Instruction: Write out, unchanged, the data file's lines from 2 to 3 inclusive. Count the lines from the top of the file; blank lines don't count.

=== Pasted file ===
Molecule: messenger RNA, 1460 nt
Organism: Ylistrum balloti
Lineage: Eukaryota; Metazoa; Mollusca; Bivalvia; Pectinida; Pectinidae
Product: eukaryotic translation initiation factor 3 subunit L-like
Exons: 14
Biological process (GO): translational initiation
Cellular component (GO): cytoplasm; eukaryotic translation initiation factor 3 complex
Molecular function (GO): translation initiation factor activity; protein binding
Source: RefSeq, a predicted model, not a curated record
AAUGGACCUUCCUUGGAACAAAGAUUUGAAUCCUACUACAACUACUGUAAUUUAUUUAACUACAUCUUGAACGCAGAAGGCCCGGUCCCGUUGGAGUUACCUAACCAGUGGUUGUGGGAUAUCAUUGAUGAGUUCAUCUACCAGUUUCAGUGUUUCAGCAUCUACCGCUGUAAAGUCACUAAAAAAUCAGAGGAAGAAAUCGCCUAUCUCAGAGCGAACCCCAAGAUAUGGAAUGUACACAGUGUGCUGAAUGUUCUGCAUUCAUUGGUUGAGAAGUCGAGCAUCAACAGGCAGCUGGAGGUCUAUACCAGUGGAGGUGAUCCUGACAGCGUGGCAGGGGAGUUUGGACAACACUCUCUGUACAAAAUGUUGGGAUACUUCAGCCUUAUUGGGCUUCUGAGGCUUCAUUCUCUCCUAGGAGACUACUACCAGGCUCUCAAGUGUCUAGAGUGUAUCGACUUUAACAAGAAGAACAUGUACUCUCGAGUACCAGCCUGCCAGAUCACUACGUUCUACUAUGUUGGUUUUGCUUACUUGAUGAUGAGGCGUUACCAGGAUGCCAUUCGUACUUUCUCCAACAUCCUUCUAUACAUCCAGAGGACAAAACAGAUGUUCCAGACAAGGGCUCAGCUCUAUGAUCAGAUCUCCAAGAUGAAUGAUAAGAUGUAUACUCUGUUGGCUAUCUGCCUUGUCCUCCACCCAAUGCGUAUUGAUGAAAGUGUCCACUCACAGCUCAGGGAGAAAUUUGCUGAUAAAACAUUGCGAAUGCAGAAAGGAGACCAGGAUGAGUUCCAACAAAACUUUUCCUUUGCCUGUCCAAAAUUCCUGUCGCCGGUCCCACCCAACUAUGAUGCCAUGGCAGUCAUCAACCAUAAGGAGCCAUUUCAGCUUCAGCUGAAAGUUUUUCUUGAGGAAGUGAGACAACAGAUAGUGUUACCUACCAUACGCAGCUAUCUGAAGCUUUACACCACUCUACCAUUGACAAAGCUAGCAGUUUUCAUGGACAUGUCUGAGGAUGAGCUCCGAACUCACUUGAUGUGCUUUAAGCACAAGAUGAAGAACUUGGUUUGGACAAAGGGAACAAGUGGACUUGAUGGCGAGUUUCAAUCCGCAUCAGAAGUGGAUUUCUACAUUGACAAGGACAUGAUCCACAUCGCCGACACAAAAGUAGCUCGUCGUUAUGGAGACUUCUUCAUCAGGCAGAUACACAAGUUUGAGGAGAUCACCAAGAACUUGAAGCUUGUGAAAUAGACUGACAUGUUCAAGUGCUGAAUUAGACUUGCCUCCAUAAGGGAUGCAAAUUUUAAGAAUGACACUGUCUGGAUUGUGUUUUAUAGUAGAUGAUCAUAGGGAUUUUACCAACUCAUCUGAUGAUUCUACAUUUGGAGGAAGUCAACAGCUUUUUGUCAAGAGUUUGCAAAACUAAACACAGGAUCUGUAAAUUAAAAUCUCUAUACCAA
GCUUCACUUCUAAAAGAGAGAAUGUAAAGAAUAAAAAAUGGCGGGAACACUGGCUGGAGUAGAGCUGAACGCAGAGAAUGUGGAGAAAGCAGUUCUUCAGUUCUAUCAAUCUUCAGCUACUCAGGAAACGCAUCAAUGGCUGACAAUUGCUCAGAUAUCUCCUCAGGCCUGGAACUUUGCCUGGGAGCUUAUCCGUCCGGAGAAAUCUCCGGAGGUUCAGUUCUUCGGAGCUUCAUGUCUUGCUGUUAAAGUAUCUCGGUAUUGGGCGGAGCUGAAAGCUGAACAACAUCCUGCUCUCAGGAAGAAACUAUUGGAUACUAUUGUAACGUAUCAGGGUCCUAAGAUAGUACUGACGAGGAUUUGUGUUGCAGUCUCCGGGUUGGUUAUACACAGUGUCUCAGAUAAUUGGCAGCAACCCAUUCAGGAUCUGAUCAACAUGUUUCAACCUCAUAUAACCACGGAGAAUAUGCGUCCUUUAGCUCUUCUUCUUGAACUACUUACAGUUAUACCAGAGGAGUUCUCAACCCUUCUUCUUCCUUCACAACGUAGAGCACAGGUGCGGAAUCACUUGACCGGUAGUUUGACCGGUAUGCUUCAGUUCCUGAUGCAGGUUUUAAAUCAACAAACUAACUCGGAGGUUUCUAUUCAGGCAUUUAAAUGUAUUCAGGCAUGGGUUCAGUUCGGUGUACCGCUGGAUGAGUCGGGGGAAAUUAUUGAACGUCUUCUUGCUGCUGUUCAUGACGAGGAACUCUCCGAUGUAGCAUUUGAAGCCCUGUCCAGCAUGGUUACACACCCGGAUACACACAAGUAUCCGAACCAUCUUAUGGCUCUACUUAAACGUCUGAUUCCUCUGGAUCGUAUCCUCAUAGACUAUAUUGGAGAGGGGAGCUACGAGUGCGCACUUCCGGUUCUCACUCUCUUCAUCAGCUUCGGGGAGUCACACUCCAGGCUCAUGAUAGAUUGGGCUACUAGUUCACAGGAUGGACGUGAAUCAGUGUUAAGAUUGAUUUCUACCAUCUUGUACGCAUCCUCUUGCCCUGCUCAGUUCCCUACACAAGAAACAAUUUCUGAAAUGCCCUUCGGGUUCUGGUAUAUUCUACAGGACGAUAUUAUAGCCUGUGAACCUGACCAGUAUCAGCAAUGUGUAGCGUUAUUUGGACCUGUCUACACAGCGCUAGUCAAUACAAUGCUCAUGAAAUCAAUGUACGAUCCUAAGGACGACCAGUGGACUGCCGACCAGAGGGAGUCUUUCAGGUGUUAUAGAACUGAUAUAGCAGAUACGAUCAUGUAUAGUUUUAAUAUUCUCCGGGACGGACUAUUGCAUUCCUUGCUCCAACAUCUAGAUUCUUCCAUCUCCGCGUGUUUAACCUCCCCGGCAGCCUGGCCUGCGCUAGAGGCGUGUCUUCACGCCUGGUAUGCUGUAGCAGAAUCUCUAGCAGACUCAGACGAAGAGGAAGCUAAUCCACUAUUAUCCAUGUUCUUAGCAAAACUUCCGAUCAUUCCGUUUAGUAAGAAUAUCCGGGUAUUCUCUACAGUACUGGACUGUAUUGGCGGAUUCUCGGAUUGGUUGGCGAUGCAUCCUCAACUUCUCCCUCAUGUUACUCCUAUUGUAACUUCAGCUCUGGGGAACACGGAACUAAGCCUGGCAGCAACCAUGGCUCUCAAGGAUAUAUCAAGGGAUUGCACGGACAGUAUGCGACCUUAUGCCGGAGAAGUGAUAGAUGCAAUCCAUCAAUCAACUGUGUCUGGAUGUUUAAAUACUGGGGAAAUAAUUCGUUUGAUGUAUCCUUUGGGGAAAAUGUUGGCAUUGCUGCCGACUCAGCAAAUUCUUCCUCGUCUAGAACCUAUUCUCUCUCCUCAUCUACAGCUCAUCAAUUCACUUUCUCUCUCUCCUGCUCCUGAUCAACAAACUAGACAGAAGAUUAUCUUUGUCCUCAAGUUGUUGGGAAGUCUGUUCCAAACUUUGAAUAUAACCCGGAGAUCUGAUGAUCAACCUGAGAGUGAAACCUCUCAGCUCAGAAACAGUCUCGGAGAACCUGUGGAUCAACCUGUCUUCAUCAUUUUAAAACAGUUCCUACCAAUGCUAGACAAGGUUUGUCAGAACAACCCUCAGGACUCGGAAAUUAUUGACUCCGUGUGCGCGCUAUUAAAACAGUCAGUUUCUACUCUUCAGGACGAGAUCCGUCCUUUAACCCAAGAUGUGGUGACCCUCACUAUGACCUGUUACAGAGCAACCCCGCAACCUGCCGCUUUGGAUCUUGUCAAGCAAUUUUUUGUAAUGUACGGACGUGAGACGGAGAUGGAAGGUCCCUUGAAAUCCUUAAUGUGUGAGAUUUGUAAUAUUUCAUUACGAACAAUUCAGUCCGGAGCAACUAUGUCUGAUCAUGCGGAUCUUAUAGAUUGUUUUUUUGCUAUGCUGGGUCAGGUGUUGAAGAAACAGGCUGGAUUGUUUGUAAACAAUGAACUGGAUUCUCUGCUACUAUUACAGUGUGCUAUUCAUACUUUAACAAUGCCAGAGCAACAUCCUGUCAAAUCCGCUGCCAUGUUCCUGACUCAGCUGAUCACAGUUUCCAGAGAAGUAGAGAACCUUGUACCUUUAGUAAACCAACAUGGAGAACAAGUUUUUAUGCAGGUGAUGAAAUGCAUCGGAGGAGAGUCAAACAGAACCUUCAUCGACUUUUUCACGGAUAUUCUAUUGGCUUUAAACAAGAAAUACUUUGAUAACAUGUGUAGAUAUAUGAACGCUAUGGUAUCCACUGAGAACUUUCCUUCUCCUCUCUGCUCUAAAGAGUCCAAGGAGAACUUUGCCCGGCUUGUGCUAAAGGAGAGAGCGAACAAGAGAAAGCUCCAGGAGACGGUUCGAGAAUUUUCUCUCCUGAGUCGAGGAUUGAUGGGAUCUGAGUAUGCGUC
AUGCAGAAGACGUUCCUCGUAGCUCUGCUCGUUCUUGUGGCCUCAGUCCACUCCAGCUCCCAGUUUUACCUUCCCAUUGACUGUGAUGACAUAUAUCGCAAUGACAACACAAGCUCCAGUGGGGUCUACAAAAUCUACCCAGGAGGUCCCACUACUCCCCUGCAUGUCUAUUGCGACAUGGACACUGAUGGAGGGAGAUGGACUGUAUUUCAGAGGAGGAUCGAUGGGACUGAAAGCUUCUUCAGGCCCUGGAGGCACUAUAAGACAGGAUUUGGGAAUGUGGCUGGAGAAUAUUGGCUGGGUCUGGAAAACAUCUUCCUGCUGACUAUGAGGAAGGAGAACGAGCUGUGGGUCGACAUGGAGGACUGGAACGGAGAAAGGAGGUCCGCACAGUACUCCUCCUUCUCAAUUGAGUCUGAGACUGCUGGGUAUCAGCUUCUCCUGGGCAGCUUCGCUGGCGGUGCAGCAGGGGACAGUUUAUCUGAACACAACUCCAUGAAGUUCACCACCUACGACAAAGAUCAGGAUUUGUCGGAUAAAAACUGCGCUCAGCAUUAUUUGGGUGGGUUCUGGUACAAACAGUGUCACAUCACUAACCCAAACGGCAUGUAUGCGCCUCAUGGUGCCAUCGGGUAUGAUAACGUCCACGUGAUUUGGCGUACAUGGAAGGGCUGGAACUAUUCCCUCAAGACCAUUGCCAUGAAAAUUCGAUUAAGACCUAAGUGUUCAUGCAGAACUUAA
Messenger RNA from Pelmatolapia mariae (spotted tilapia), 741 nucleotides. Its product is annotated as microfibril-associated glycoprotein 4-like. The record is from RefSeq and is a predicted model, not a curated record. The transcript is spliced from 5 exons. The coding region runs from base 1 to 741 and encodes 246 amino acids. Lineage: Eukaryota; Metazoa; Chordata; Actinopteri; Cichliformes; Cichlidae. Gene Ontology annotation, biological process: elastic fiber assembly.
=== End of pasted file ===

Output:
Organism: Ylistrum balloti
Lineage: Eukaryota; Metazoa; Mollusca; Bivalvia; Pectinida; Pectinidae